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Exercise Focuses on WMD Traffickers

By Donna Miles
American Forces Press Service

WASHINGTON, Sept. 12, 2003 – A Japanese-flagged commercial merchant vessel is suspected of carrying items related to weapons of mass destruction. Military and law enforcement assets from Australia, France, Japan and the United States trail the vessel. The Japan coast guard, working with its French, U.S. and Australian law enforcement counterparts, boards the vessel on the high seas and conducts a search.

This is the scenario for Pacific Protector, a three-day exercise now under way in international waters off northeastern Australia. The exercise, which began Sept. 12 and continues through Sept. 14, is the first of 10 planned through early 2004 under the Proliferation Security Initiative.

President George W. Bush unveiled the initiative in a May 31 speech in Krakow, Poland. Bush said the United States and its PSI allies would pursue new agreements under the initiative to "search planes and ships carrying suspect cargo and to seize illegal weapons or missile technologies."

The initiative currently includes the United States and 10 other nations committed to working together to stop the trafficking of weapons of mass destruction, their delivery systems and related materials worldwide.

Bush said the partnership would expand over time "as broadly as possible to keep the world's most destructive weapons away from our shores and out of the hands of our common enemies."

A senior defense official explained that in the first PSI training exercise, the United States, Australia and France are contributing military assets. Japan, Australia and the United States are contributing law enforcement assets. Other PSI partners, taking part as observers, are Germany, Italy, the Netherlands, Poland, Portugal, Spain and the United Kingdom.

In the exercise scenario, to move into full swing on Sept. 13, the U.S. Motor Vessel Pvt. Franklin J. Phillips, one of 13 maritime prepositioning ships in Military Sealift Command's prepositioning program, will serve as the target vessel for the first exercise. Also participating is the USS Curtis Wilbur, which is a guided missile destroyer home ported at Yokosuka, Japan, and a U.S. Coast Guard technical observer and boarding detachment.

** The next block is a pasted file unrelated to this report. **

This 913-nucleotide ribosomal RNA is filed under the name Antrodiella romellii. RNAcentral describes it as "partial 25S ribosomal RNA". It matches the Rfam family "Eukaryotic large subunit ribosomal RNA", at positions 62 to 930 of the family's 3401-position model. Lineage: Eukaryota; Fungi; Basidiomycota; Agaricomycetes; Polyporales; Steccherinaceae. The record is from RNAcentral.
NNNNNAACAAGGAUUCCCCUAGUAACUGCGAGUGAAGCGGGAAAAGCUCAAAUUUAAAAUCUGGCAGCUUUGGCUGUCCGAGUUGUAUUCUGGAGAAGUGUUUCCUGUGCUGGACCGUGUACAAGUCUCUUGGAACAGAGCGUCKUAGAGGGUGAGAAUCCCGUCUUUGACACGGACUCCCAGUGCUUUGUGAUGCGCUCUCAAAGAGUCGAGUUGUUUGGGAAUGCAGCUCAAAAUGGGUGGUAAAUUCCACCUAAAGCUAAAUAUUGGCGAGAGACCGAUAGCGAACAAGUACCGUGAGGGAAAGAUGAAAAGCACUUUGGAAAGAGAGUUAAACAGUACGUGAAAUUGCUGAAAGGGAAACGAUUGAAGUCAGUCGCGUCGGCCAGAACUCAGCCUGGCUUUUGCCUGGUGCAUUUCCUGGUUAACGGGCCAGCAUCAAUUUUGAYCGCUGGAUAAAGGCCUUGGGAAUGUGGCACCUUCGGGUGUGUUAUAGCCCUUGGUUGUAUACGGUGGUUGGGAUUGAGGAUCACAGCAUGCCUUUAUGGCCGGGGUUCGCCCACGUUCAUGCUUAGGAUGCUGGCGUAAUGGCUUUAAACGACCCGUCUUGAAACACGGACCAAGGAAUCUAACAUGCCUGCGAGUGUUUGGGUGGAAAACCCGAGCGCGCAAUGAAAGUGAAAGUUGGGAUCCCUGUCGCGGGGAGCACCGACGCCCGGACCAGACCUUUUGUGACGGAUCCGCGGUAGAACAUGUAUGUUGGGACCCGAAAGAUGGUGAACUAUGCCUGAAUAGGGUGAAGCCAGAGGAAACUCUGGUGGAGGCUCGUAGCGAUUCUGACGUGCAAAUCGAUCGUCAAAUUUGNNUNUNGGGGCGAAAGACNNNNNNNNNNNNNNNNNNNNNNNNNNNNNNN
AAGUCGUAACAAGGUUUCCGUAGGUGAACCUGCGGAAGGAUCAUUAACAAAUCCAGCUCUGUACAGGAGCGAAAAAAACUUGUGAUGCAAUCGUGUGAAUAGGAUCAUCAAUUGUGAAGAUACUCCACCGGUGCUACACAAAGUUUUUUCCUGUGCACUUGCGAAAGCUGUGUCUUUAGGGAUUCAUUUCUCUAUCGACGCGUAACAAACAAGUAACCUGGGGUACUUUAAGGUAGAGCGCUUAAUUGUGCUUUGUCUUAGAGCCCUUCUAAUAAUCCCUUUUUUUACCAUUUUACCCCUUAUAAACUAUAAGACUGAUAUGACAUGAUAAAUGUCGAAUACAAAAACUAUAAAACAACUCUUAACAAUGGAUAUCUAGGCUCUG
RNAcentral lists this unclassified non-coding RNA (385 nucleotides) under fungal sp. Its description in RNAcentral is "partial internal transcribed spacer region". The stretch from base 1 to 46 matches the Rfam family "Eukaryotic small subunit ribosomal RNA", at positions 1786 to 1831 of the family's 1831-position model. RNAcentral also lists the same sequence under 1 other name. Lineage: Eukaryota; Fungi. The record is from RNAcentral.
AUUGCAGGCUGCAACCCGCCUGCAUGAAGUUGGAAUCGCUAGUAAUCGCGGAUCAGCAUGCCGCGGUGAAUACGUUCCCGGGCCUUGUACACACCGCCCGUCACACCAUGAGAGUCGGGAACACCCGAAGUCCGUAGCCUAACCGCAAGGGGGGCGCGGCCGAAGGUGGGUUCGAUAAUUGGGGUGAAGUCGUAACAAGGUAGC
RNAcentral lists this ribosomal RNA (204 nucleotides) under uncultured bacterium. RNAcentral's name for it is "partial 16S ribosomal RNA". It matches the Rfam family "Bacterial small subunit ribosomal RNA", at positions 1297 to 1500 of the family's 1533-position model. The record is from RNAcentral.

Future exercises, which the defense official said will increase in complexity and broaden in scope, will focus on improving air, ground, and maritime interdiction operations. These exercises will take place in several areas around the world that have the most trafficking in weapons of mass destruction: the Mediterranean Sea, the Arabian Sea and the Pacific Ocean.

The exercises do not target any specific state or organization, the defense official emphasized. "PSI is about interdicting shipments, whoever is proliferating," he said. "It is about weapons, delivery systems and related materials, and the intent here is to halt, and if we can't halt, to slow the trade in these items."

Although countries participating in the PSI have already demonstrated their capability to conduct interdiction missions, the defense official said Pacific Protector and other exercises to follow will enable them to improve their ability to work together toward a common cause.

"It's a confidence builder," the official said. "It's a team-building effort for the PSI partners to get to know how to work with one another so that when we find an interdiction case, we have a familiarity that helps us to do it much more effectively and efficiently."

Just as importantly, he said, the PSI training exercises send a clear signal to countries and organizations that traffic weapons of mass destruction. "Part of this," he summarized, "is to send a message out to countries that proliferate to say, 'Hey, we're out there now. And we're taking more proactive measures to try to stop this trade.'"


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